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Atopic diseases and inflammation of the brain in the pathogenesis of autism spectrum disorders

Translational Psychiatry volume 6, page e844 (2016) | Download Citation

Abstract

Autism spectrum disorders (ASDs) affect as many as 1 in 45 children and are characterized by deficits in sociability and communication, as well as stereotypic movements. Many children also show severe anxiety. The lack of distinct pathogenesis and reliable biomarkers hampers the development of effective treatments. As a result, most children with ASD are prescribed psychopharmacologic agents that do not address the core symptoms of ASD. Autoantibodies against brain epitopes in mothers of children with ASD and many such children strongly correlate with allergic symptoms and indicate an aberrant immune response, as well as disruption of the blood–brain barrier (BBB). Recent epidemiological studies have shown a strong statistical correlation between risk for ASD and either maternal or infantile atopic diseases, such as asthma, eczema, food allergies and food intolerance, all of which involve activation of mast cells (MCs). These unique tissue immune cells are located perivascularly in all tissues, including the thalamus and hypothalamus, which regulate emotions. MC-derived inflammatory and vasoactive mediators increase BBB permeability. Expression of the inflammatory molecules interleukin (IL-1β), IL-6, 1 L-17 and tumor necrosis factor (TNF) is increased in the brain, cerebrospinal fluid and serum of some patients with ASD, while NF-kB is activated in brain samples and stimulated peripheral blood immune cells of other patients; however, these molecules are not specific. Instead the peptide neurotensin is uniquely elevated in the serum of children with ASD, as is corticotropin-releasing hormone, secreted from the hypothalamus under stress. Both peptides trigger MC to release IL-6 and TNF, which in turn, stimulate microglia proliferation and activation, leading to disruption of neuronal connectivity. MC-derived IL-6 and TGFβ induce maturation of Th17 cells and MCs also secrete IL-17, which is increased in ASD. Serum IL-6 and TNF may define an ASD subgroup that benefits most from treatment with the natural flavonoid luteolin. Atopic diseases may create a phenotype susceptible to ASD and formulations targeting focal inflammation of the brain could have great promise in the treatment of ASD.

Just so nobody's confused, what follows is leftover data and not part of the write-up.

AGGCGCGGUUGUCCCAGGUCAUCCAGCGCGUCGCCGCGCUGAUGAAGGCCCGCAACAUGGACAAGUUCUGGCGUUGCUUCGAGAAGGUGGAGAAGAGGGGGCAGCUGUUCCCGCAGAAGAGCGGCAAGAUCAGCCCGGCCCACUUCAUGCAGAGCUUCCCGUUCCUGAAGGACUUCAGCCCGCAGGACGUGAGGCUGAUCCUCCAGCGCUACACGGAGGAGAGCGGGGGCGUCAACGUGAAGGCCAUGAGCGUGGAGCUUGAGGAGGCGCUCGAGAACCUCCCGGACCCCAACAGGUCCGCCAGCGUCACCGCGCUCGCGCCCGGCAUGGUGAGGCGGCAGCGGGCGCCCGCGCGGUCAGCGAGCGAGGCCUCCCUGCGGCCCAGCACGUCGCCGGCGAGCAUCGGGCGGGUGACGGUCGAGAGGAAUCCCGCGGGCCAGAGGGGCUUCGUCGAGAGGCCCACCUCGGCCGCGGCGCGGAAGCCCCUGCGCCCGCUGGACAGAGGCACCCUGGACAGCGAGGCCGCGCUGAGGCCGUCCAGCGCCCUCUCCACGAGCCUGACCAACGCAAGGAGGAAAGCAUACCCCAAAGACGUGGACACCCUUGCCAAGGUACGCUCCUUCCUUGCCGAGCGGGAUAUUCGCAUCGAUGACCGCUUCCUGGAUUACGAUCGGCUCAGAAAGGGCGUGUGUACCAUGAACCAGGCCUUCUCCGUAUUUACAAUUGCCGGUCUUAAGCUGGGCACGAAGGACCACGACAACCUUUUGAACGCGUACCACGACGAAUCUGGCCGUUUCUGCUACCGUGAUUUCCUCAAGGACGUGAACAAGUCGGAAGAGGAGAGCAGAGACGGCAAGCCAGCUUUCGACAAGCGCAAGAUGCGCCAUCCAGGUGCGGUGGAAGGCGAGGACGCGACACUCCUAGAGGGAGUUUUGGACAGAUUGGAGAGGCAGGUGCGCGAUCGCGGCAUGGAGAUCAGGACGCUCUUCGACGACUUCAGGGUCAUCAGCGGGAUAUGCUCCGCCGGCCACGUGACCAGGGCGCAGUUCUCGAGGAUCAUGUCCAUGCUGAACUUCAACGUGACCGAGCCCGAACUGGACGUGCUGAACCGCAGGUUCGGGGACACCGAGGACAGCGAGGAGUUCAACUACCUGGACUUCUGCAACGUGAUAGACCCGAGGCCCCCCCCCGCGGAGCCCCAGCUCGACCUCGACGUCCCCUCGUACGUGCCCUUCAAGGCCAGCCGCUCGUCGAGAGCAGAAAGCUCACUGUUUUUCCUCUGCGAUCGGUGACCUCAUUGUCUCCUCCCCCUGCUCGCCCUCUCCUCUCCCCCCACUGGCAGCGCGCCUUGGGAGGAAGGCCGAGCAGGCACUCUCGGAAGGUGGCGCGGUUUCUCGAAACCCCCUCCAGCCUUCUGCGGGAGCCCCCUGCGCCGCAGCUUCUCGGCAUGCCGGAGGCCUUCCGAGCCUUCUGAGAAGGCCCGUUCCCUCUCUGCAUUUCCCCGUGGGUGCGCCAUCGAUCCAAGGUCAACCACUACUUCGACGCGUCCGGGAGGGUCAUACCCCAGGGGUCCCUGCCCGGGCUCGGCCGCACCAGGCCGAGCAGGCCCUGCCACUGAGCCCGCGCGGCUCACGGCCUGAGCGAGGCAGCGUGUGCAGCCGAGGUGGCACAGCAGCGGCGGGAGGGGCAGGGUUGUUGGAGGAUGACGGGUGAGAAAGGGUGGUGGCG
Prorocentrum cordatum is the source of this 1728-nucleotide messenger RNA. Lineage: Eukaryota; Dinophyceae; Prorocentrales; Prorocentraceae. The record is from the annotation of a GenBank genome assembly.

Introduction

Autism spectrum disorders (ASDs) are pervasive neurodevelopmental disorders characterized by deficits in communication and social interactions, as well as the presence of stereotypic behaviors.1, 2, 3 Numerous gene mutations have been identified in patients with ASD, but no direct link has so far been uncovered except for a small percentage of cases associated with Tuberous Sclerosis, Fragile X syndrome, Rett syndrome and PTEN deficiency.4, 5 As a result, even though there are a number of genetically-engineered mice with phenotypes resembling autism,6 they do not adequately reflect ASD and there is an urgent need for appropriate animal ‘models’ of ASD.7 In fact, mouse ‘models’ are increasingly considered unreliable with respect to inflammatory human diseases.8 We recently reported that a small number of bull terriers develop symptoms consistent with autism and have increased serum neurotensin (NT) and corticotropin-releasing hormone (CRH), also found to be elevated in children with ASD.9

ASD may affect as many as 1 in 45 children in the USA,10 but the global prevalence is still under-recognized.11 The lack of reliable biomarkers12 and specific pathogenesis,13 as well as the existence of subgroups or comorbidities14 (Table 1), makes the development of specific treatments and conducting clinical studies difficult.13 As a result, child and adolescent outpatient mental health services in the USA have increased considerably.15 Moreover, the annual economic burden for ASD was recently estimated at $268 billion for 2015 and is projected to reach $416 billion in 2025.16

Table 1: ASD comorbidities or subgroups

A number of perinatal allergic, genetic, environmental, immune and infectious factors may increase the risk of or contribute to the pathogenesis of ASD17, 18, 19 (Table 2). These could act through activation of a unique tissue immune cell, the mast cell (MC).20, 21 MCs derive from bone marrow progenitors and mature in tissues depending on microenvironmental conditions.22 In addition to histamine, stimulated MCs secrete other vasoactive and pro-inflammatory mediators such as the preformed kinins and proteases, as well as the de novo synthesized leukotrienes, prostaglandins, chemokines (CCXL8, CCL2), cytokines (interleukin (IL)-4, IL-6, IL-1, tumor necrosis factor (TNF)) and vascular endothelial growth factor (VEGF).20

Table 2: Perinatal conditions increasing the risk of ASD

MCs are not only considered critical for the development of allergic reactions,20 but also for immunity22 and inflammation.23 In fact, many studies have reported that allergic diseases in preschoolers are strongly associated with psychological and behavioral problems.24 We had proposed that MC-derived mediators could disrupt the blood–brain barrier (BBB) and cause 'allergy of the brain’25 or ‘focal encephalitis’,26 thus contributing to the pathogenesis of ASD.26, 27 A number of recent reviews have now confirmed and expanded on these findings.28, 29